Book Reviews of The Colorado Kid

The Colorado Kid
The Colorado Kid
Author: Stephen King
ISBN-13: 9780843955842
ISBN-10: 0843955848
Publication Date: 10/4/2005
Pages: 184
Rating:
  • Currently 3.1/5 Stars.
 308

3.1 stars, based on 308 ratings
Publisher: Hard Case Crime
Book Type: Mass Market Paperback
Reviews: Amazon | Write a Review

72 Book Reviews submitted by our Members...sorted by voted most helpful

reviewed The Colorado Kid on + 7145 more book reviews
Helpful Score: 16
I picked up this book, not because I'm a Stephen King fan (although I am), but because it was part of the new Hard Case Crime division of Dorchester Publishing. I'll admit, the variety of authors they've collected to write for them is extensive, and THE COLORADO KID just happened to be the first one in the Hard Case group to make it to the top of my to-be-read pile.

I understand, after reading THE COLORADO KID, why so many people on here posted negative reviews. I understand, because just like the main characters in the story told me, a mystery with no resolution plain and simply pisses people off. People want a happy conclustion to a problem--whether it be why 9/11 happened, why oil prices are so high, why a young woman in Wisconsin was murdered, or how a man from Colorado went to work one morning and ended up dead on a little island off the coast of Maine only hours later.

Not KNOWING, not having Mr. King spell it out for us, angered many a reader of this book. Should it have? Maybe. But I actually felt like there WAS a resolution to this story--that being that not everything in life has such a tidy ending as we want our stories to have. Of all the people who end up dead in the US every year, how many do you think go unsolved as to cause of death, or in the case of murder, capturing a perpetrator? Life--this roller-coaster ride that we get onto daily and hang on to since our very lives depend on it--is not black and white, and it sure as heck doesn't offer us up tidy conclusions at the end of every day.

THE COLORADO KID is, quite simply, a character study of not knowing. We can get the facts, we can extrapolate what we believe happened based on those facts, but in the end, it's all a mystery.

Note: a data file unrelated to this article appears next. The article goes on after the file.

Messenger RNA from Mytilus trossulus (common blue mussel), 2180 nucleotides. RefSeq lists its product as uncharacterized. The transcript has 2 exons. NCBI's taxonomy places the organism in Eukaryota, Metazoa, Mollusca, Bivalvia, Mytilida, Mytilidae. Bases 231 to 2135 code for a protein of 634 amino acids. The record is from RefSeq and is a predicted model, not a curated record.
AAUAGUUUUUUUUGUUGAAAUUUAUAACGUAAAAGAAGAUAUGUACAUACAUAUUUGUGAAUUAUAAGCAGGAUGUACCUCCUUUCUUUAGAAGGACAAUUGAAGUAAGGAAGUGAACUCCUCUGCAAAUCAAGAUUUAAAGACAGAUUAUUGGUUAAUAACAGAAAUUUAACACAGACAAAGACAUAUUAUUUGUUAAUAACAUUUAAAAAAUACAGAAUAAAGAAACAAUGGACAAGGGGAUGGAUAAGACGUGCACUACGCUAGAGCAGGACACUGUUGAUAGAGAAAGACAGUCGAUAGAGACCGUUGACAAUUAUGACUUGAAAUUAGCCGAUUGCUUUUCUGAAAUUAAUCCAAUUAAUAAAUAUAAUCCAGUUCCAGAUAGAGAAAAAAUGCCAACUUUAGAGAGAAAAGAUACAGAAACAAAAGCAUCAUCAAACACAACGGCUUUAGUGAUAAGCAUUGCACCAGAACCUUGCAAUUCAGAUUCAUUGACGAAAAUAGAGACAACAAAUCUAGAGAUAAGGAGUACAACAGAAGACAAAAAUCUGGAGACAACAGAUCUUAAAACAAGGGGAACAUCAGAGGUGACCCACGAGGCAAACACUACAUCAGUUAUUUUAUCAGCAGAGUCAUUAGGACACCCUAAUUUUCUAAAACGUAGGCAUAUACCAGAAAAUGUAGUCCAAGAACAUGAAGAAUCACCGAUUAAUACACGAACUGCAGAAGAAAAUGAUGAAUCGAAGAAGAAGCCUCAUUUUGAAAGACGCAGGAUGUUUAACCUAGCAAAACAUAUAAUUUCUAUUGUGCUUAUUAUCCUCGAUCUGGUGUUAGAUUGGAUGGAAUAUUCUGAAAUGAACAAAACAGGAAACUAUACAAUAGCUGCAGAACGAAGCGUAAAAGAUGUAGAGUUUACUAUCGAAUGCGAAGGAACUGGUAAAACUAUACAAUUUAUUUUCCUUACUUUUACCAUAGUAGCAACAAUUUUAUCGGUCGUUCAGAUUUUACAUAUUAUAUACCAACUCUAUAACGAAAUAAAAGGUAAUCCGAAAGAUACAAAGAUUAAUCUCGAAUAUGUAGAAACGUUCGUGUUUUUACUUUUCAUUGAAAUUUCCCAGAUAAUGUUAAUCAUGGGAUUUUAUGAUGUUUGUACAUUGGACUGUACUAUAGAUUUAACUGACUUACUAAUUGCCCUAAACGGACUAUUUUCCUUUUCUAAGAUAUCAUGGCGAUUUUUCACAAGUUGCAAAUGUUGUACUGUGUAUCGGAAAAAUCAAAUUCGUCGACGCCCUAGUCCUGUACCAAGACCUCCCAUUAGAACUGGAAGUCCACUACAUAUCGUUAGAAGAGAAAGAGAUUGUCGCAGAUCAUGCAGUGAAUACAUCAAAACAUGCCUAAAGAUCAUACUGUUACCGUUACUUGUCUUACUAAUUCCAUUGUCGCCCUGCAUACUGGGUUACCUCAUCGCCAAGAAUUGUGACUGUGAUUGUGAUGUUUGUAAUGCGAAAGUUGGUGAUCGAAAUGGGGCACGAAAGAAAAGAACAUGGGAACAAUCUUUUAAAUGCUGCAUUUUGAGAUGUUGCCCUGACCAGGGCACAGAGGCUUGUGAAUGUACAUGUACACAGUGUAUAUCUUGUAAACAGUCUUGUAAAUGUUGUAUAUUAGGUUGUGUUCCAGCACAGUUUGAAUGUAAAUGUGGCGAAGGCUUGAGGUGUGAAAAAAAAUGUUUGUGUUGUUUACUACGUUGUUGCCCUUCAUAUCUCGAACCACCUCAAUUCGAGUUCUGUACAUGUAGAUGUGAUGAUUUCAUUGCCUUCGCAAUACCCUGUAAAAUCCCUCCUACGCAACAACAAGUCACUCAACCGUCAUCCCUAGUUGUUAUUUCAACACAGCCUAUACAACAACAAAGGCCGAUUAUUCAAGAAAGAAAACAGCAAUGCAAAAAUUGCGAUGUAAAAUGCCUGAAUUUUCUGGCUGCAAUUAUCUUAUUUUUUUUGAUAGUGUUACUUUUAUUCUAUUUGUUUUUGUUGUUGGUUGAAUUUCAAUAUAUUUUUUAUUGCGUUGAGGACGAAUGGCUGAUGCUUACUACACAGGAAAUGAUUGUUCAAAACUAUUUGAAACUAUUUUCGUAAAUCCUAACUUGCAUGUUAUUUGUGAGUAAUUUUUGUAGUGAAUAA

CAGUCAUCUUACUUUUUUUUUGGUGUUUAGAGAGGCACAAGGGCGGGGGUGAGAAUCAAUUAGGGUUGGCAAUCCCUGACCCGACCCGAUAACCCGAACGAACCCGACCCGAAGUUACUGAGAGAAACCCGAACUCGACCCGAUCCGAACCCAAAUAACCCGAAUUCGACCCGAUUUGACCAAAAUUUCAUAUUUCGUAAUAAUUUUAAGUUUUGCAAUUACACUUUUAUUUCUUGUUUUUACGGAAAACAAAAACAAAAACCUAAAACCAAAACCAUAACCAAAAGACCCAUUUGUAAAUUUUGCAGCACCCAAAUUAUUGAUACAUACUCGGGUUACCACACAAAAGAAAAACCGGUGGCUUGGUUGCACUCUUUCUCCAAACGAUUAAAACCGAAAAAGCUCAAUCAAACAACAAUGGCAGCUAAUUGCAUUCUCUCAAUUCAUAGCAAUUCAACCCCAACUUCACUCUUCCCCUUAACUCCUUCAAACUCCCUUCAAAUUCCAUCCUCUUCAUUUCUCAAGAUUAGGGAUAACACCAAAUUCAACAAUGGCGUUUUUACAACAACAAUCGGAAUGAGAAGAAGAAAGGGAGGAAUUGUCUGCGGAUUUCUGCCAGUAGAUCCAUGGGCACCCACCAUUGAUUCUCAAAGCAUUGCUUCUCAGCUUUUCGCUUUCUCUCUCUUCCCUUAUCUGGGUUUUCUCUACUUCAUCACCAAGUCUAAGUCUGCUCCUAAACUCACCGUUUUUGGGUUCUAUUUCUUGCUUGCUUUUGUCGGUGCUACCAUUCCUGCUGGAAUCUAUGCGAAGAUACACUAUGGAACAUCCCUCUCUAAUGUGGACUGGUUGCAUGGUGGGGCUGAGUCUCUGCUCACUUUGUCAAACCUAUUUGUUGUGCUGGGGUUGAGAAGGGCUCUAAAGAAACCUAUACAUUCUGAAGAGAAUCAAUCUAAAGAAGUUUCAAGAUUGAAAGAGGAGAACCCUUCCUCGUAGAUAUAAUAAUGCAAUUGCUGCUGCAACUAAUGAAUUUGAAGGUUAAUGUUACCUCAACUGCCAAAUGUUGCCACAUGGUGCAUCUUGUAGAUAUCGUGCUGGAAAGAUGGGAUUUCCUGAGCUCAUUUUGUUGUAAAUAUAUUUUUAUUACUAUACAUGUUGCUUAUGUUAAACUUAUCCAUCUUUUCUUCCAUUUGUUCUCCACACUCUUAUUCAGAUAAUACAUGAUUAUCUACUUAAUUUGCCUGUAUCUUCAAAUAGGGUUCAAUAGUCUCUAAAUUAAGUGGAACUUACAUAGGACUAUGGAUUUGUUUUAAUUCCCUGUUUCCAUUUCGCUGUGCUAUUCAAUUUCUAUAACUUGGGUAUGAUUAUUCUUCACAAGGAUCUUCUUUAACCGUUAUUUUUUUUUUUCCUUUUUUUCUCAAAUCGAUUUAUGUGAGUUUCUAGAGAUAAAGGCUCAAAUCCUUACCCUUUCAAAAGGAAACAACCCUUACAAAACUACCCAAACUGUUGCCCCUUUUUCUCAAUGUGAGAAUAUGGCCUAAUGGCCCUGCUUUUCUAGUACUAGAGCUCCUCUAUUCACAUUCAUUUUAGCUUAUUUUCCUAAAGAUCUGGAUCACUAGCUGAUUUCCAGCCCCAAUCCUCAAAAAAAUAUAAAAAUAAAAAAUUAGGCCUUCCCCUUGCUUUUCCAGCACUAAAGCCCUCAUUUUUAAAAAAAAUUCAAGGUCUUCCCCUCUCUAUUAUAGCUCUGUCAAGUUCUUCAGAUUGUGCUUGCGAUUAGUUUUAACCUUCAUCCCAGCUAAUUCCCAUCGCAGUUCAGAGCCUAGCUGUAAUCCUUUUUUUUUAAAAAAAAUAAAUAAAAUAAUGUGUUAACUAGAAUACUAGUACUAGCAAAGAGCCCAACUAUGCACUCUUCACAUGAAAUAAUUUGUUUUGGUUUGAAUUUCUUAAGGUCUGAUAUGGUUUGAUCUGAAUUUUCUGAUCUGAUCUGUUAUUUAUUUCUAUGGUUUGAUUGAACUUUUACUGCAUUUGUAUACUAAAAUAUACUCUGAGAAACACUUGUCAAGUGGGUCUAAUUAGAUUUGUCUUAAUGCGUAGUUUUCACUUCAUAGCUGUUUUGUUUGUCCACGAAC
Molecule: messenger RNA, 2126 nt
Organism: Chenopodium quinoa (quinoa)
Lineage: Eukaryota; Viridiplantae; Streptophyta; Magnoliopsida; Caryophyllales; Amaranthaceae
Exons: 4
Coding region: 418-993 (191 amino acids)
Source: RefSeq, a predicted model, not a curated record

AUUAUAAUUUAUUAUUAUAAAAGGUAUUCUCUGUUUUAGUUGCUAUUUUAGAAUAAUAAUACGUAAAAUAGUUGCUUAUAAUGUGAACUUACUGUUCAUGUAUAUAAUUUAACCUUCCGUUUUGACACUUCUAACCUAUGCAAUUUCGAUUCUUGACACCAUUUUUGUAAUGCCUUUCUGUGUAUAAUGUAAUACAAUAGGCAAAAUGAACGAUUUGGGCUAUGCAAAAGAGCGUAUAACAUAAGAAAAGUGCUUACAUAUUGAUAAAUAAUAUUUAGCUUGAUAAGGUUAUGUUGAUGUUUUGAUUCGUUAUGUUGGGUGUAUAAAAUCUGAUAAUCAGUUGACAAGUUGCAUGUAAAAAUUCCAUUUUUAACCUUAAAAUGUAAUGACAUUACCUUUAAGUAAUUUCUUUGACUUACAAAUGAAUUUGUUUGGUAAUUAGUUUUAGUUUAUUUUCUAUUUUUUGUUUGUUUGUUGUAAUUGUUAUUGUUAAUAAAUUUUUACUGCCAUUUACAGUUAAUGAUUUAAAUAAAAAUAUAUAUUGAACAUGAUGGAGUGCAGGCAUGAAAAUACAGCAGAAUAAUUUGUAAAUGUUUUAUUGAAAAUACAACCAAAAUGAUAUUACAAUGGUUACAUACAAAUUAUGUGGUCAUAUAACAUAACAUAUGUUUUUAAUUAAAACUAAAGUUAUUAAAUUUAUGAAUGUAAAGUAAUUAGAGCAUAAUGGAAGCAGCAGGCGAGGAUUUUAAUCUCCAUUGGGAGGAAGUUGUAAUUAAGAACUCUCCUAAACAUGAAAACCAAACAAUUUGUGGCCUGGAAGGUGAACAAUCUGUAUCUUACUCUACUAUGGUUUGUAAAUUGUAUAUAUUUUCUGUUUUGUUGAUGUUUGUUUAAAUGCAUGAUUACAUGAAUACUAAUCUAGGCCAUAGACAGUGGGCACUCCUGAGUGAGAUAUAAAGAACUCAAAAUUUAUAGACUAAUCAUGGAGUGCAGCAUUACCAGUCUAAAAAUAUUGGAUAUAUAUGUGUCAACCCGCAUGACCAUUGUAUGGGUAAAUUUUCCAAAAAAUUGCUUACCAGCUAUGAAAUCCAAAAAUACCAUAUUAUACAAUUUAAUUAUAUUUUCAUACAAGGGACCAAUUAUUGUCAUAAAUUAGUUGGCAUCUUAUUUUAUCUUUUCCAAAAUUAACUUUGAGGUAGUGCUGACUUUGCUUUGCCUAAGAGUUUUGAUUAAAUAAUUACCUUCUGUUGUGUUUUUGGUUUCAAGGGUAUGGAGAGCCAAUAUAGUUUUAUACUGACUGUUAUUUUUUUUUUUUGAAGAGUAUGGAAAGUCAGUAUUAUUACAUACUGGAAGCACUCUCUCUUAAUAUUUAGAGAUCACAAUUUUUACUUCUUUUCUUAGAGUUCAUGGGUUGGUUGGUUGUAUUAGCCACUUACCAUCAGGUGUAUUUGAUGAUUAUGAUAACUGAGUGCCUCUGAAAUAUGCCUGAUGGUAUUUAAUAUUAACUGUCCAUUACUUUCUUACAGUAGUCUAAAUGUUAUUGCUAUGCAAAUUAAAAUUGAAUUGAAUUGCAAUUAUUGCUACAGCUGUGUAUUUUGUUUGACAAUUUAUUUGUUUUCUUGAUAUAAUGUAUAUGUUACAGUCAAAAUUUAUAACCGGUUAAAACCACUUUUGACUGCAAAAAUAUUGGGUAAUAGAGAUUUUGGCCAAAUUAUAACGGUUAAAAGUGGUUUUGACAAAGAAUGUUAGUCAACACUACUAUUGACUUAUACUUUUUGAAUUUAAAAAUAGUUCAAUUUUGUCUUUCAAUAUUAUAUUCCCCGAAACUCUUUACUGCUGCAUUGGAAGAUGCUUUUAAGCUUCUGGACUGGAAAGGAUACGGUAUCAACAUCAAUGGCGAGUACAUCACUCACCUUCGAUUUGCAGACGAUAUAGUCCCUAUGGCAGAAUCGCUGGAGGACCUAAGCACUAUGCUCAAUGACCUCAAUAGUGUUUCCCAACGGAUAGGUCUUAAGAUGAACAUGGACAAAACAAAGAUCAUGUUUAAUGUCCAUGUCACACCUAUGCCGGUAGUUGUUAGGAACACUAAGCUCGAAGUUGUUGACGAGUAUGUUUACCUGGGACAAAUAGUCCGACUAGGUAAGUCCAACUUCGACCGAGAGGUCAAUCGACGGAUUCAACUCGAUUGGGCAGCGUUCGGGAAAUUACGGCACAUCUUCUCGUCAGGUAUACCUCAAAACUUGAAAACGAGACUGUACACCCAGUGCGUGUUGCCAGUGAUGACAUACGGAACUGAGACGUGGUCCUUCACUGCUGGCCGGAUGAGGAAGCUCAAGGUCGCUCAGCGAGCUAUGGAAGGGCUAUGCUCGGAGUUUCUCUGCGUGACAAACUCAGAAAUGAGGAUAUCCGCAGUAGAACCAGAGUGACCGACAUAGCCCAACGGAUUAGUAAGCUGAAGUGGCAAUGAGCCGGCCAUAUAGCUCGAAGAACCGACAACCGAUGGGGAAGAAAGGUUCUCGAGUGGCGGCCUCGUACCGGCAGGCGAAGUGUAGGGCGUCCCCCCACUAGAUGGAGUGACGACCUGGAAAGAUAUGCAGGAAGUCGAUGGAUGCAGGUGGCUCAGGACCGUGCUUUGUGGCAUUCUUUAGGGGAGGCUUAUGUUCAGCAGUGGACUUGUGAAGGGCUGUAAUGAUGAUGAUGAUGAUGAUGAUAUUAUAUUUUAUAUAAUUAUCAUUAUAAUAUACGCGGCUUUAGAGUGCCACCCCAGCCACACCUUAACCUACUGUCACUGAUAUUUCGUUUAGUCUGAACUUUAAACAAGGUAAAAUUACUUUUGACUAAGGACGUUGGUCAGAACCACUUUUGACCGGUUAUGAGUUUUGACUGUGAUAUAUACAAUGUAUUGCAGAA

Kudos to Mr. King for taking an idea, running with it, and showing that he just doesn't give a flying fig if we get it or not. This book left me with questions, yes, and I actually thank him for that. A book that makes you think and question will always be worth more than a book that doesn't.
reviewed The Colorado Kid on + 37 more book reviews
Helpful Score: 7
Not you typical SK story, but still a good read. Not a long book by any means, but the story keeps your attention.
reviewed The Colorado Kid on + 373 more book reviews
Helpful Score: 6
Don't read this expecting horror because it's not. It's not even structured like your typical novella, with the entire story simply a dialog between three people.

I think King is great with premise - setting an eerie stage and invoking intense curiosity; however, he stumbles and falls with this one. Instead of his typical altruistic main character's sacrificial last act of life, this offers no resolution. Well, the story-within-the-story doesn't. And that's what draws us to the story in the first place. Not recommended for anyone, not even King fans.
reviewed The Colorado Kid on + 10 more book reviews
Helpful Score: 5
As the author says himself, you will either love or hate this book. Not much room for in-between. Personally, I loved it. Vintage King dialogue and New England characters.
reviewed The Colorado Kid on + 17 more book reviews
Helpful Score: 3
Okay - this is a powerful book. Everything King does leads up to the ending which makes perfect sense given the plot - but it still drove me crazy. King is a genius, this books shows it - but my frustration level is 10 on a scale of 10. WHY THAT ISLAND?????
reviewed The Colorado Kid on + 66 more book reviews
Helpful Score: 3
Not what I expected from Stephen King but truly excellent. This is not horror, but a mystery/detective story of a local unsolved case as told by two old newspapermen to their young intern. It is fascinating to see how little scraps of clues are pursued and woven in to complete a part of the larger puzzle. King is showing part of the inner workings of that masterful mind of his that helped make his works so successful. The reader of this audio book with his Maine accent further enhances the overall enjoyment of the book as well.